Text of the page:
Memoization = save the results of sub problems to avoid recomputing
Dynamic programming = learn this after memoization, it's a similar technique

Coding or whiteboarding?
Practice a bit of both. I've been asked to do both many times.

FANG company interviews
For these interviews, forget what I said about interviews being reasonable. They will ask very hard algorithm problems. Memoization and dynamic programming are mandatory here. Aim for 150-200 LeetCode questions, the more the better.

Fortunately, the majority of interviews aren't like this. These interviews are meant to find engineers who have talent or got lucky and practiced the right questions.

3. Practical Coding

They'll ask you to code something useful. For example, I've been asked to create (simple versions of) an autocomplete API, a search dropdown, a YAML parser, a Set data structure, as well as fix bugs in a small app. This type of interview is pretty reasonable. They want to see you code how you normally code.

If you work on features like this regularly, you should be okay. Otherwise:
Create some small side projects to practice your feature development
Ideas: the features above, user login, image upload, data processing, etc.

4. Systems Design

Like algorithms, this is also not as hard as everyone says. They won't ask you to "design Twitter" and scale it to millions. They'll focus on designing a simple feature that's similar difficulty to what you would do at work. I've been asked to design user login, image upload, a simple online chess backend, and restaurant reservation.

When you start working on a big feature at work or in your side projects, you have to plan out the feature before you code, right? You'll be doing the same thing here. They want to see you plan how you normally plan.

Again, if you work on features like this regularly, you should be okay. Otherwise:
Practice planning and coding a variety of features in side projects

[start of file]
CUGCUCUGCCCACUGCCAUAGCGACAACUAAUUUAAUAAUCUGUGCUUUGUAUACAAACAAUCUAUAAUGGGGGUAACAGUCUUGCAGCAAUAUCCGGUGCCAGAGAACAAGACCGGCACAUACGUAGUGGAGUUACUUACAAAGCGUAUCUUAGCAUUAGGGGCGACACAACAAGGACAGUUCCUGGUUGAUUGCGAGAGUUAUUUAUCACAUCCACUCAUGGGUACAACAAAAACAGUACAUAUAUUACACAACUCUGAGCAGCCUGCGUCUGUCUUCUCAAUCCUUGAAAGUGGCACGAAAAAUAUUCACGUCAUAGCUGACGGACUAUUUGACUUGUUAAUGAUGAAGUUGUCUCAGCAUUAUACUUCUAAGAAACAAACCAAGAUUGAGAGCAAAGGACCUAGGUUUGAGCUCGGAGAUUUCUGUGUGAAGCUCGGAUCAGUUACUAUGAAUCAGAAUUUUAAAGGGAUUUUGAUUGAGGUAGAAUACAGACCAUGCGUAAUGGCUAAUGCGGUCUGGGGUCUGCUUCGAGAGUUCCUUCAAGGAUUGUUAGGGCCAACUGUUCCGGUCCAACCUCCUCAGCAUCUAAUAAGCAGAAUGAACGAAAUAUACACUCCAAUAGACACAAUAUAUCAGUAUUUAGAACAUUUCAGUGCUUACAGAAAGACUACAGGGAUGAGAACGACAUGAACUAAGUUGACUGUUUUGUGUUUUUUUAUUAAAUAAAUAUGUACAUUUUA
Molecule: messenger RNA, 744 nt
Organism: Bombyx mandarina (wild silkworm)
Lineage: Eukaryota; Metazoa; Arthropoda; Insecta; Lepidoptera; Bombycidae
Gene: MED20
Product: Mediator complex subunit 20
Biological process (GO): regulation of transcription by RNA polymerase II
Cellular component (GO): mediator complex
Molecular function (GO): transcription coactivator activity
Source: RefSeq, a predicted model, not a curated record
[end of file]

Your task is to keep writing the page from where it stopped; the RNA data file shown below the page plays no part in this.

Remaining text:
FANG company interviews
Like algorithms, FANG company systems design will be unreasonably hard. Learn how to design Twitter, Uber, Airbnb, a URL shortener, etc. The more the better.

5. Past Experience

They will ask you about your previous work/project experiences, but they will go into a lot of detail. This includes exactly how you wrote your code, structured your code, what libraries you used, decisions you made, and bugs you faced.

Imagine another engineer will be helping you in your work/project. How would you explain your work/project to them so they can start contributing code? You'll be doing the same thing here, except you'll be explaining to an interviewer.

Review your past work/projects and practice explaining what you did in detail

6. Behavioural Questions

This is the classic: "Tell me about a time when _________"
"Tell me a time when you faced a difficult challenge."
"Tell me a time when you had a disagreement with a teammate."

For each of your work/project experiences, prepare 2 stories (if applicable):
A story about a technical challenge (coding or anything technical)
A story about a human challenge (challenge working with other people)

Most behavioural questions fall into these 2 categories. Instead of memorizing answers, practice this skill: when they ask you a question, tell one of the stories you prepared, but modify it so that it fits the question. You'll get good at it over time!

7. Take Home Assignment

I put this last because there's no trick to preparing for these, but I wanted to be thorough. The company will give you a project to do on your own time and if you do well, they'll give you an in-person interview. There's no time pressure or anyone watching so code normally and use all of your resources (Stack Overflow, etc.)

Final Words

Remember that interviews are tough, but you'll get better with practice.
So don't give up. You got this!